Tags

Type your tag names separated by a space and hit enter

Pelvic floor muscle strength and response to pelvic floor muscle training for stress urinary incontinence.
Neurourol Urodyn. 2003; 22(7):654-8.NU

Abstract

AIMS

Several randomized controlled trials have demonstrated that pelvic floor muscle training is effective to treat stress urinary incontinence. The aim of the present study was to compare muscle strength increase and maximal strength in responders and non-responders to pelvic floor muscle training.

MATERIALS AND METHODS

Fifty-two women with urodynamically proven stress incontinence who had participated in a six months randomized controlled trial on pelvic floor muscle training, mean age 45.4 years (range 24-64), participated in the study. The women were classified as responders and non-responders based on a combination of five effect variables covering urodynamic measurement, pad test with standardized bladder volume, and self-reports. Pelvic floor muscle strength was measured with a vaginal balloon connected to a fiber optic micro tip transducer (Camtech AS, Sandvika, Norway).

RESULTS

There was a positive correlation between improvement in PFM maximal strength and improvement measured by leakage index (r = 0.34, P < 0.01), and reduction in urinary leakage measured by the pad test (r = 0.23, P = 0.05). The total sample of 52 women comprised 21 responders, 18 unclassifiable, and 13 non-responders. There was a statistically significant difference in maximal strength after the training period between responders and non-responders; 24.0 cm H2O (95% CI:18.1-29.9) versus 12.7 cm H2O (95% CI: 6.8-18.6) P < 0.001), and strength increase; 14.8 cm H2O (95% CI: 8.9-20.7) versus 5.0 cm H2O (95% CI: 2.6-12.6), respectively (P = 0.03).

CONCLUSIONS

There was a positive relation between both pelvic floor muscle strength increase and maximal strength, and improvement of stress urinary incontinence.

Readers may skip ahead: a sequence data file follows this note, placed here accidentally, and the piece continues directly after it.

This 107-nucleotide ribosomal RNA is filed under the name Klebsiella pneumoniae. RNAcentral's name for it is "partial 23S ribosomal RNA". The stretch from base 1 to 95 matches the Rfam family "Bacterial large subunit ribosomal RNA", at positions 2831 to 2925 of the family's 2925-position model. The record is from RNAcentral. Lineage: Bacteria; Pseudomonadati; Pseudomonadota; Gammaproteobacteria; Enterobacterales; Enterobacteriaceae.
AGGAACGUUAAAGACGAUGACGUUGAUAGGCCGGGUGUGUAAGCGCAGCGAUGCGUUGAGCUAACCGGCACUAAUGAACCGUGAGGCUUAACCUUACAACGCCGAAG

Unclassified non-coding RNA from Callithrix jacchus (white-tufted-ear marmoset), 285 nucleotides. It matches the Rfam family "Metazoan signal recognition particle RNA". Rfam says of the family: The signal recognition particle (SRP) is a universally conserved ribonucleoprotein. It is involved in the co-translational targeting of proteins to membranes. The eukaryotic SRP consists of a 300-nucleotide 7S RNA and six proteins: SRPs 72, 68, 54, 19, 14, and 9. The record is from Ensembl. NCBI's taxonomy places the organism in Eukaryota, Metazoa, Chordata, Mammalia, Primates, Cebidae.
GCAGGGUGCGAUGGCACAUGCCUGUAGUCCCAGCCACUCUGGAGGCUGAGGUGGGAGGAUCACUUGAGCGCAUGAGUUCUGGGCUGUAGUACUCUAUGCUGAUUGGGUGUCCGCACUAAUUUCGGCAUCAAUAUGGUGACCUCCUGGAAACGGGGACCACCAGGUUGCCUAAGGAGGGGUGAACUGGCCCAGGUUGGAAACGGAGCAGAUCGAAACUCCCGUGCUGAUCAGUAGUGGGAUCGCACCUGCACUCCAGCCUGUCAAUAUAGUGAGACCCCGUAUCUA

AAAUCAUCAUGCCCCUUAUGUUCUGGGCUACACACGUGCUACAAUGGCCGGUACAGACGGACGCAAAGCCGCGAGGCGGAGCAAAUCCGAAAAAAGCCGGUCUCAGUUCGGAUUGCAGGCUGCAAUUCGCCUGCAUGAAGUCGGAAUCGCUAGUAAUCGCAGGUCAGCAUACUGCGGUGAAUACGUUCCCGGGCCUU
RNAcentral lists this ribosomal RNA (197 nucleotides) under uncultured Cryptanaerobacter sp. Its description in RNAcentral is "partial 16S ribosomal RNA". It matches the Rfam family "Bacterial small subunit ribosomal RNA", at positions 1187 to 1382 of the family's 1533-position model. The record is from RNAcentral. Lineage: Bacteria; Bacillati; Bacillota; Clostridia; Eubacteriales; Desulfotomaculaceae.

Authors+Show Affiliations

The Norwegian University of Sport and Physical Education, Ullevål Stadion, Oslo, Norway. Kari.Bo@nih.no

Pub Type(s)

Clinical Trial
Journal Article

Language

eng

PubMed ID

14595609

Citation

Bø, Kari. "Pelvic Floor Muscle Strength and Response to Pelvic Floor Muscle Training for Stress Urinary Incontinence." Neurourology and Urodynamics, vol. 22, no. 7, 2003, pp. 654-8.
Bø K. Pelvic floor muscle strength and response to pelvic floor muscle training for stress urinary incontinence. Neurourol Urodyn. 2003;22(7):654-8.
Bø, K. (2003). Pelvic floor muscle strength and response to pelvic floor muscle training for stress urinary incontinence. Neurourology and Urodynamics, 22(7), 654-8.
Bø K. Pelvic Floor Muscle Strength and Response to Pelvic Floor Muscle Training for Stress Urinary Incontinence. Neurourol Urodyn. 2003;22(7):654-8. PubMed PMID: 14595609.
* Article titles in AMA citation format should be in sentence-case
TY - JOUR T1 - Pelvic floor muscle strength and response to pelvic floor muscle training for stress urinary incontinence. A1 - Bø,Kari, PY - 2003/11/5/pubmed PY - 2003/12/18/medline PY - 2003/11/5/entrez SP - 654 EP - 8 JF - Neurourology and urodynamics JO - Neurourol Urodyn VL - 22 IS - 7 N2 - AIMS: Several randomized controlled trials have demonstrated that pelvic floor muscle training is effective to treat stress urinary incontinence. The aim of the present study was to compare muscle strength increase and maximal strength in responders and non-responders to pelvic floor muscle training. MATERIALS AND METHODS: Fifty-two women with urodynamically proven stress incontinence who had participated in a six months randomized controlled trial on pelvic floor muscle training, mean age 45.4 years (range 24-64), participated in the study. The women were classified as responders and non-responders based on a combination of five effect variables covering urodynamic measurement, pad test with standardized bladder volume, and self-reports. Pelvic floor muscle strength was measured with a vaginal balloon connected to a fiber optic micro tip transducer (Camtech AS, Sandvika, Norway). RESULTS: There was a positive correlation between improvement in PFM maximal strength and improvement measured by leakage index (r = 0.34, P < 0.01), and reduction in urinary leakage measured by the pad test (r = 0.23, P = 0.05). The total sample of 52 women comprised 21 responders, 18 unclassifiable, and 13 non-responders. There was a statistically significant difference in maximal strength after the training period between responders and non-responders; 24.0 cm H2O (95% CI:18.1-29.9) versus 12.7 cm H2O (95% CI: 6.8-18.6) P < 0.001), and strength increase; 14.8 cm H2O (95% CI: 8.9-20.7) versus 5.0 cm H2O (95% CI: 2.6-12.6), respectively (P = 0.03). CONCLUSIONS: There was a positive relation between both pelvic floor muscle strength increase and maximal strength, and improvement of stress urinary incontinence. SN - 0733-2467 UR - https://www.unboundmedicine.com/medline/citation/14595609/Pelvic_floor_muscle_strength_and_response_to_pelvic_floor_muscle_training_for_stress_urinary_incontinence_ L2 - https://doi.org/10.1002/nau.10153 DB - PRIME DP - Unbound Medicine ER -